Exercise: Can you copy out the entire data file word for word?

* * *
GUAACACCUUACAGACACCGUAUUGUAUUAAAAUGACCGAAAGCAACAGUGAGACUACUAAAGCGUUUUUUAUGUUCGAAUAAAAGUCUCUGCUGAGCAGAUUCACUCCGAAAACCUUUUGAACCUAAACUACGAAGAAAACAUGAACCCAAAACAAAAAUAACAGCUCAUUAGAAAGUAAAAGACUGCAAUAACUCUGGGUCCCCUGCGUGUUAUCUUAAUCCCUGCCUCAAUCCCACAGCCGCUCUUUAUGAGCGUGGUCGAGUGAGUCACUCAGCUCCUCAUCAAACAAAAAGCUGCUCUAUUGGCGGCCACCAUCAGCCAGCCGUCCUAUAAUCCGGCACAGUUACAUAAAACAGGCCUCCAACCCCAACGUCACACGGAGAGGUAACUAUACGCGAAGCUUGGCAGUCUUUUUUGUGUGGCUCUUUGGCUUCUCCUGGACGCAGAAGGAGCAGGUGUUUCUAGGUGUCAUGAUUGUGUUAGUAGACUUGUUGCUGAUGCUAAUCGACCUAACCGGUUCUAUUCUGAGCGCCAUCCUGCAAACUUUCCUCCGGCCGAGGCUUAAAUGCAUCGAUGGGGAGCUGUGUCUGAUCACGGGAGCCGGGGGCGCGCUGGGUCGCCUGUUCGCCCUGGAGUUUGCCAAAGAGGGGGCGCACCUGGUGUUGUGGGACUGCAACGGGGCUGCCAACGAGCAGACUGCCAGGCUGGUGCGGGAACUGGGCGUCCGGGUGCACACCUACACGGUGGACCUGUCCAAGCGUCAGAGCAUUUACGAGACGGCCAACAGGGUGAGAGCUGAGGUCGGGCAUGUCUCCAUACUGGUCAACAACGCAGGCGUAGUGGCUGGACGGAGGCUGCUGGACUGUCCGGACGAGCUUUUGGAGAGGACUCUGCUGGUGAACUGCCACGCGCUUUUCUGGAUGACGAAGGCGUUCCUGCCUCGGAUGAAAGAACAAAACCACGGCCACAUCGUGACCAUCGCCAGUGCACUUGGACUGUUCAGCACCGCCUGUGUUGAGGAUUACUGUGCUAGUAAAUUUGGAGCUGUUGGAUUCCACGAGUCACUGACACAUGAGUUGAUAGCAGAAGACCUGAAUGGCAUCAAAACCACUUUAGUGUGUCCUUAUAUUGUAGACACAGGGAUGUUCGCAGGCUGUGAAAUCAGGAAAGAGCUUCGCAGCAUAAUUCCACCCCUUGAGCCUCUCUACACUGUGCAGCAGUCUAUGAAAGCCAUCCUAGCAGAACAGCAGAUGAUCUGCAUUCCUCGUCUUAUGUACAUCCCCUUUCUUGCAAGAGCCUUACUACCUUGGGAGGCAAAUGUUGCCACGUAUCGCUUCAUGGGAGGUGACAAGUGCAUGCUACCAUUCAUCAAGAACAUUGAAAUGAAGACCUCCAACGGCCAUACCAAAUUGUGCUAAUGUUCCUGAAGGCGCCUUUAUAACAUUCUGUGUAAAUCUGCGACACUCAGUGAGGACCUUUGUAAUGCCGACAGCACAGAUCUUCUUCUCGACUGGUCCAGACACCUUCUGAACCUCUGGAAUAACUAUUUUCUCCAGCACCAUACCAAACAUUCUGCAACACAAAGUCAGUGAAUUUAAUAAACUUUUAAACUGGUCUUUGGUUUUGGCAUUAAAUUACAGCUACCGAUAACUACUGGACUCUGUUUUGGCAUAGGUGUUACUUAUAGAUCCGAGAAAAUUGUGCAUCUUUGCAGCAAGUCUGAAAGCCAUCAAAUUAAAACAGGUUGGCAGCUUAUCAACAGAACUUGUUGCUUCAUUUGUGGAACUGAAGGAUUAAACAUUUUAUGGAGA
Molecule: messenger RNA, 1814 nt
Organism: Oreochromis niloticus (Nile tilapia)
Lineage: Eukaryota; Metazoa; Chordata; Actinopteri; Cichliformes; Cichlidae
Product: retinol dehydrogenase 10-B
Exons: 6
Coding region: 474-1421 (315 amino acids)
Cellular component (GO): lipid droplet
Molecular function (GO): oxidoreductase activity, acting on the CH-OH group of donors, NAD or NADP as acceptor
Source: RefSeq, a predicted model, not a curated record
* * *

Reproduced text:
GUAACACCUUACAGACACCGUAUUGUAUUAAAAUGACCGAAAGCAACAGUGAGACUACUAAAGCGUUUUUUAUGUUCGAAUAAAAGUCUCUGCUGAGCAGAUUCACUCCGAAAACCUUUUGAACCUAAACUACGAAGAAAACAUGAACCCAAAACAAAAAUAACAGCUCAUUAGAAAGUAAAAGACUGCAAUAACUCUGGGUCCCCUGCGUGUUAUCUUAAUCCCUGCCUCAAUCCCACAGCCGCUCUUUAUGAGCGUGGUCGAGUGAGUCACUCAGCUCCUCAUCAAACAAAAAGCUGCUCUAUUGGCGGCCACCAUCAGCCAGCCGUCCUAUAAUCCGGCACAGUUACAUAAAACAGGCCUCCAACCCCAACGUCACACGGAGAGGUAACUAUACGCGAAGCUUGGCAGUCUUUUUUGUGUGGCUCUUUGGCUUCUCCUGGACGCAGAAGGAGCAGGUGUUUCUAGGUGUCAUGAUUGUGUUAGUAGACUUGUUGCUGAUGCUAAUCGACCUAACCGGUUCUAUUCUGAGCGCCAUCCUGCAAACUUUCCUCCGGCCGAGGCUUAAAUGCAUCGAUGGGGAGCUGUGUCUGAUCACGGGAGCCGGGGGCGCGCUGGGUCGCCUGUUCGCCCUGGAGUUUGCCAAAGAGGGGGCGCACCUGGUGUUGUGGGACUGCAACGGGGCUGCCAACGAGCAGACUGCCAGGCUGGUGCGGGAACUGGGCGUCCGGGUGCACACCUACACGGUGGACCUGUCCAAGCGUCAGAGCAUUUACGAGACGGCCAACAGGGUGAGAGCUGAGGUCGGGCAUGUCUCCAUACUGGUCAACAACGCAGGCGUAGUGGCUGGACGGAGGCUGCUGGACUGUCCGGACGAGCUUUUGGAGAGGACUCUGCUGGUGAACUGCCACGCGCUUUUCUGGAUGACGAAGGCGUUCCUGCCUCGGAUGAAAGAACAAAACCACGGCCACAUCGUGACCAUCGCCAGUGCACUUGGACUGUUCAGCACCGCCUGUGUUGAGGAUUACUGUGCUAGUAAAUUUGGAGCUGUUGGAUUCCACGAGUCACUGACACAUGAGUUGAUAGCAGAAGACCUGAAUGGCAUCAAAACCACUUUAGUGUGUCCUUAUAUUGUAGACACAGGGAUGUUCGCAGGCUGUGAAAUCAGGAAAGAGCUUCGCAGCAUAAUUCCACCCCUUGAGCCUCUCUACACUGUGCAGCAGUCUAUGAAAGCCAUCCUAGCAGAACAGCAGAUGAUCUGCAUUCCUCGUCUUAUGUACAUCCCCUUUCUUGCAAGAGCCUUACUACCUUGGGAGGCAAAUGUUGCCACGUAUCGCUUCAUGGGAGGUGACAAGUGCAUGCUACCAUUCAUCAAGAACAUUGAAAUGAAGACCUCCAACGGCCAUACCAAAUUGUGCUAAUGUUCCUGAAGGCGCCUUUAUAACAUUCUGUGUAAAUCUGCGACACUCAGUGAGGACCUUUGUAAUGCCGACAGCACAGAUCUUCUUCUCGACUGGUCCAGACACCUUCUGAACCUCUGGAAUAACUAUUUUCUCCAGCACCAUACCAAACAUUCUGCAACACAAAGUCAGUGAAUUUAAUAAACUUUUAAACUGGUCUUUGGUUUUGGCAUUAAAUUACAGCUACCGAUAACUACUGGACUCUGUUUUGGCAUAGGUGUUACUUAUAGAUCCGAGAAAAUUGUGCAUCUUUGCAGCAAGUCUGAAAGCCAUCAAAUUAAAACAGGUUGGCAGCUUAUCAACAGAACUUGUUGCUUCAUUUGUGGAACUGAAGGAUUAAACAUUUUAUGGAGA
Molecule: messenger RNA, 1814 nt
Organism: Oreochromis niloticus (Nile tilapia)
Lineage: Eukaryota; Metazoa; Chordata; Actinopteri; Cichliformes; Cichlidae
Product: retinol dehydrogenase 10-B
Exons: 6
Coding region: 474-1421 (315 amino acids)
Cellular component (GO): lipid droplet
Molecular function (GO): oxidoreductase activity, acting on the CH-OH group of donors, NAD or NADP as acceptor
Source: RefSeq, a predicted model, not a curated record